Cap on personal SMSs quashed
On July 13, 2012, the DHC set aside an order of TRAI that had capped the sending of SMSs at 200 per day per person for personal communications. The DHC has; however, allowed this restriction for unsolicited commercial communication SMSs. This restriction was brought about by the Telecom Commercial Communications Customer Preference Regulations, 2010 which was supposed to be an adequate step to curb the menace of unsolicited commercial SMSs; however, little did people realize that this blanket ban will also affect the personal SMSs. TRAI had asked telecom operators to limit the number of SMSs per day per SIM to 100, which was later increased to 200. While discussing the objective of unsolicited SMSs, the DHC observed that they are normally commercial advertisement meant for furtherance of trade and commerce and not sent with the objective of propagation of ideals, social, political or economic or in furtherance of literature or human thought. Accordingly, it felt that this restriction when made to apply on personal SMSs, infringes the freedom of speech of the citizens and, therefore, should be done away with.
PSA view – The unsolicited messages disturb the recipients, intrude into their privacy and impose a cost in terms of time and efforts and, therefore, any curb on them is justifiable. By doing away with such a restriction on personal SMSs, DHC has allowed the individuals to exercise their personal choice to send more than the capped personal messages. This is a welcome decision. Interestingly, on July 17, 2012, while responding to a petition, the Telecom Disputes Settlement Appellate Tribunal (“TDSAT”) also passed a similar order.
CCI imposes penalty of MINR 80 on MSOs operating out of Punjab
CCI’s recent order dated July 03, 2012, imposed a fine of approximately INR 80 million on Punjab-based MSOs pursuant to information filed by Kansan News Pvt. Ltd. (“Kansan”), a company running a local news channel “Day and Night News.” Kansan alleged that (i) the MSOs were abusing their dominant position in the market for cable television in Punjab and Chandigarh under Section 4 of the Competition Act, 2002 (“Act”), and (ii) had formed a cartel under section 3 of the Act. Kansan complained that the MSOs had distorted/discontinued its channel when it was set to broadcast news that may have had negative repercussions for a leading political party of Punjab. The MSOs dismissed these reports as being wrong and highly selective in their choice of information, and also questioned the jurisdiction of the CCI to pass judgment on such a matter which, according to them, fell in the domain of the TRAI. In its order, the CCI dismissed the allegations of cartelization; however it still found the MSOs guilty of abusing their dominant position under Section 4 of the Act. The CCI also asked them to “cease and desist” from such activities in the future.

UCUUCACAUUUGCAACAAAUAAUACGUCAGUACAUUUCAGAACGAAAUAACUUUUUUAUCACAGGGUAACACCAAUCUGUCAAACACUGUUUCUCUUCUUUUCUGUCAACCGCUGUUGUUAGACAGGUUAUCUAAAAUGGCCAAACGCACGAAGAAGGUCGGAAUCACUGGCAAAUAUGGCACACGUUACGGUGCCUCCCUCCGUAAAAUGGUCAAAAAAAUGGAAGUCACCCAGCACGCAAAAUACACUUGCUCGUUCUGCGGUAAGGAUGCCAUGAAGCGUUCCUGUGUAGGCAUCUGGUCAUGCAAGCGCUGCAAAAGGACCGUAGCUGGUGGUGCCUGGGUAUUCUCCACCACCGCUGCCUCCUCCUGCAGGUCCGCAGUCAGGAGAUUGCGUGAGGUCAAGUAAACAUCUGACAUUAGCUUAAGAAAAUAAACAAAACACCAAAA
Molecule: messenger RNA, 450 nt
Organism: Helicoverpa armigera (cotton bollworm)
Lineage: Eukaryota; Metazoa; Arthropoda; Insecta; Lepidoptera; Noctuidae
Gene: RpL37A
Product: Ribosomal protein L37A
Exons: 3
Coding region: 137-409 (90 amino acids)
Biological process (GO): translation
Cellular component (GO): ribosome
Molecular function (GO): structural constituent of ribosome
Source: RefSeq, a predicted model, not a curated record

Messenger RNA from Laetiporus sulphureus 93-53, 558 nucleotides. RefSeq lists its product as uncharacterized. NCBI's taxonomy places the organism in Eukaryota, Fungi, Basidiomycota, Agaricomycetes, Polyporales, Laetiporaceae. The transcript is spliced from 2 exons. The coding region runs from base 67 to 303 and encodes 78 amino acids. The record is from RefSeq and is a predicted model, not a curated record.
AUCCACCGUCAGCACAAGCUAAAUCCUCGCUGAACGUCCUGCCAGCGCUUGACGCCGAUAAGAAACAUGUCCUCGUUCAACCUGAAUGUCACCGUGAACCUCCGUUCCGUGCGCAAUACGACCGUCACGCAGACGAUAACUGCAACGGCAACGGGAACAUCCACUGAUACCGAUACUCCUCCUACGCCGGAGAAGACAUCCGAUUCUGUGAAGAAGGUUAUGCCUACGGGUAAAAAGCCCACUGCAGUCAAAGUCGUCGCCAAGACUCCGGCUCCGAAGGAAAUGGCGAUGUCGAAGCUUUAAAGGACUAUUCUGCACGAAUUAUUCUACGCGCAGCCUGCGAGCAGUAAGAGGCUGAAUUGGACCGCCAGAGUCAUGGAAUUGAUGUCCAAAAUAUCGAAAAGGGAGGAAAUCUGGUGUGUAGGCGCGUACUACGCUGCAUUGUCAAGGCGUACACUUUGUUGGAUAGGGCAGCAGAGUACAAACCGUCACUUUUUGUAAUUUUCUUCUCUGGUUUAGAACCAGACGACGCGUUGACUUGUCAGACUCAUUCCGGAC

PSA view – This order of the CCI has put a legal proposition in the forefront on the issue of “collective dominance.” In some of its previous orders, the CCI has acknowledged that a case of abuse of dominant position under section 4 of the Act can only be initiated against a single enterprise as Indian competition laws do not recognize the principle of “collective dominance.” It is possible that the MSOs file an appeal before the Competition Appellate Tribunal on such grounds, challenging the basis of the CCI arriving at its finding under section 4 of the Act, especially when all the MSOs were independent and unrelated entities.